Why Capital Punishment Should Remain in Effect
DeVry University, ENGL 112
April 19, 2010
Capital punishment, otherwise known as the death penalty, has been effective tool in our country’s justice system since its inception. When an inmate is given this, the harshest sentence available, it is always with just cause. Capital Punishment is an important tool in our criminal justice system today and there are several reasons it should remain in effect.
Although capital punishment opponents would argue otherwise, there is undeniable proof that capital punishment is in fact a deterrent to committing crimes with that would warrant this sentence. One of the most basic instincts that human beings have is self-preservation. Self-preservation is defined as “the wish to stay alive and protect yourself from things that might hurt you” (MacMillandictionary.com). Having the knowledge that murdering someone could cost you your own life in return certainly violates the fundamental definition of preservation of one’s self.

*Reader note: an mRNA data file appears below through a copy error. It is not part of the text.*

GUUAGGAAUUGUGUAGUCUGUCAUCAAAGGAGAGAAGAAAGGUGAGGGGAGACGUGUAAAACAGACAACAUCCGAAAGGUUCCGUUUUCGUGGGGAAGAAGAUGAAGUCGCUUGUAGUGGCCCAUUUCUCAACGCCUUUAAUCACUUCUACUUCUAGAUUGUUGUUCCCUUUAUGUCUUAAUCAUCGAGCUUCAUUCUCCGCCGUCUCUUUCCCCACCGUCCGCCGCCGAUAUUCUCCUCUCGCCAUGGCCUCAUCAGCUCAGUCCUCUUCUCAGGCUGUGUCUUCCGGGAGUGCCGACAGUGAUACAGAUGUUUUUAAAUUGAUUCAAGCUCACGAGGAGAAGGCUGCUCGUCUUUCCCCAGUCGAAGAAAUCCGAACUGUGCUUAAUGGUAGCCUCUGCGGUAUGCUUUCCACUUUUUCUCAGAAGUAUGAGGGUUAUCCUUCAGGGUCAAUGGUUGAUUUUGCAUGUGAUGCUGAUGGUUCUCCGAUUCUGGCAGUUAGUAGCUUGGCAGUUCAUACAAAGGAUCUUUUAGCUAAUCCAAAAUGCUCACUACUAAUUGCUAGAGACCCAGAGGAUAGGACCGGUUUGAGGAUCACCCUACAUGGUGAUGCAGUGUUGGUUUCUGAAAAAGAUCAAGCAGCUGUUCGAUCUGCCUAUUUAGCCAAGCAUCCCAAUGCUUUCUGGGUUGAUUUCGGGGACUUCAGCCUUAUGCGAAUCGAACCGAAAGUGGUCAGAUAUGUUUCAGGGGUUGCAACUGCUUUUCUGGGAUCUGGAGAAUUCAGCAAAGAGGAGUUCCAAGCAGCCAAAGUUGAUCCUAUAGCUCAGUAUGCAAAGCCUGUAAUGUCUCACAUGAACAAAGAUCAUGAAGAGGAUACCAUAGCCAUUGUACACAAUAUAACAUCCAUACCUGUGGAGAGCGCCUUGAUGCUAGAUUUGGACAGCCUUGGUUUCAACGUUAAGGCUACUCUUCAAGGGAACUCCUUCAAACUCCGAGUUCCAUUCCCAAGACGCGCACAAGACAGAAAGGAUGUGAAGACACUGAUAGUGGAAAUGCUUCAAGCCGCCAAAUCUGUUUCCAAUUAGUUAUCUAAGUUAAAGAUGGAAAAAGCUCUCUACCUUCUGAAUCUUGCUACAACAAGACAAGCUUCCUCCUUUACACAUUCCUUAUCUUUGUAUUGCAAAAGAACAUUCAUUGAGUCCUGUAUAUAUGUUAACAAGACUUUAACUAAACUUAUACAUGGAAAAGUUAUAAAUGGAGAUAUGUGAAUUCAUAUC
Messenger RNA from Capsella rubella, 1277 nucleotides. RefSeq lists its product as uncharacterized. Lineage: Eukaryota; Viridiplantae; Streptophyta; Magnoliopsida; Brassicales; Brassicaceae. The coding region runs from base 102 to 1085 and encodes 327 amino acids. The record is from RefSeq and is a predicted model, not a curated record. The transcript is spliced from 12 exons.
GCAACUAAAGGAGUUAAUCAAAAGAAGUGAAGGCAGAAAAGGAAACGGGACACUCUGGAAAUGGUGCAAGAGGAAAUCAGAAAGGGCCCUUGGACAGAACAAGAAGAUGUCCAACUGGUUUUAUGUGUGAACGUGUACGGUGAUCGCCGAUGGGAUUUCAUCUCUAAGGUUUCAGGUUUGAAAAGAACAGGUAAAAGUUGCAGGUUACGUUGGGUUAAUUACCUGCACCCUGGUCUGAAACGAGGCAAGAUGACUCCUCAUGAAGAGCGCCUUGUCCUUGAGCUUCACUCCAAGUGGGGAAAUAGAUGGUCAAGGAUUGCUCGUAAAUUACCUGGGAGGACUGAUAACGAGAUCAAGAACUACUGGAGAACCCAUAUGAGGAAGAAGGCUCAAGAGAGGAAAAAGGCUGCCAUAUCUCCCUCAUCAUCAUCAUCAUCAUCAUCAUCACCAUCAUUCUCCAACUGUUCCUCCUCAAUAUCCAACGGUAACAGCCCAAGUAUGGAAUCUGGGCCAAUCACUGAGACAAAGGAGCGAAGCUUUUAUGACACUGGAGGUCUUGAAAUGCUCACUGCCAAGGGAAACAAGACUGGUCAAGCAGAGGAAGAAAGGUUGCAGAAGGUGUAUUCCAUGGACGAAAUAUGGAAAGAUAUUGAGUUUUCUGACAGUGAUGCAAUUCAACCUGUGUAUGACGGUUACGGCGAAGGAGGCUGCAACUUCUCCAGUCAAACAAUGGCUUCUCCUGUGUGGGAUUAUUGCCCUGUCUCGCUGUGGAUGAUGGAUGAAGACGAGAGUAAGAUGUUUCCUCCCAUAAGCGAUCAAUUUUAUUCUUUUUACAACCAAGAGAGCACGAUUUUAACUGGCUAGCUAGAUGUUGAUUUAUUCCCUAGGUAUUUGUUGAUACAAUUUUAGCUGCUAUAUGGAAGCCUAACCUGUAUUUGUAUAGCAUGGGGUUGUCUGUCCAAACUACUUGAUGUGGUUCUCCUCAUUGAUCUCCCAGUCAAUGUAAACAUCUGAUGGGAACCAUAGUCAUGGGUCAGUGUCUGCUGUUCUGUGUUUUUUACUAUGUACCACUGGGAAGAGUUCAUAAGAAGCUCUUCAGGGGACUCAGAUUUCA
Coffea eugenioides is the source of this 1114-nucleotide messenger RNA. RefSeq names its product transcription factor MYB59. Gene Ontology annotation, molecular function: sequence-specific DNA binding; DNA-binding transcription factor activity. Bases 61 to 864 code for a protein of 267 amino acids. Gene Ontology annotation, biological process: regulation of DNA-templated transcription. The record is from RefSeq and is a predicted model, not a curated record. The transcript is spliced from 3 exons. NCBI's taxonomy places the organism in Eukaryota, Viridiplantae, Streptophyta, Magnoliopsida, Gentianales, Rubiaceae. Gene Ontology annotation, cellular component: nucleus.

Although opponents of the death penalty certainly argue that a crimes penalty doesn’t deter a criminal, statistics say otherwise. In 1976 after years of challenges, the Supreme Court issued a ruling that suspended the death penalty, although that would only last four years until 1976 before it was reinstated there are some interesting numbers from that time. From 1972-1976 while capital punishment was on hiatus the per capita murder rate rose to its highest numbers over the four previous decades. According to Dudley Sharp, an expert with the criminal justice reform group Justice for All “The murder per capita rate has dropped from 10.2 (per 100,000 people) in 1980 to 5.7 in 1999 a 44% reduction. The murder rate today is at its lowest levels since 1966.” Seeing that there has been reduction in the per capita murder rate of nearly half since the executions have resumed, it is hard to...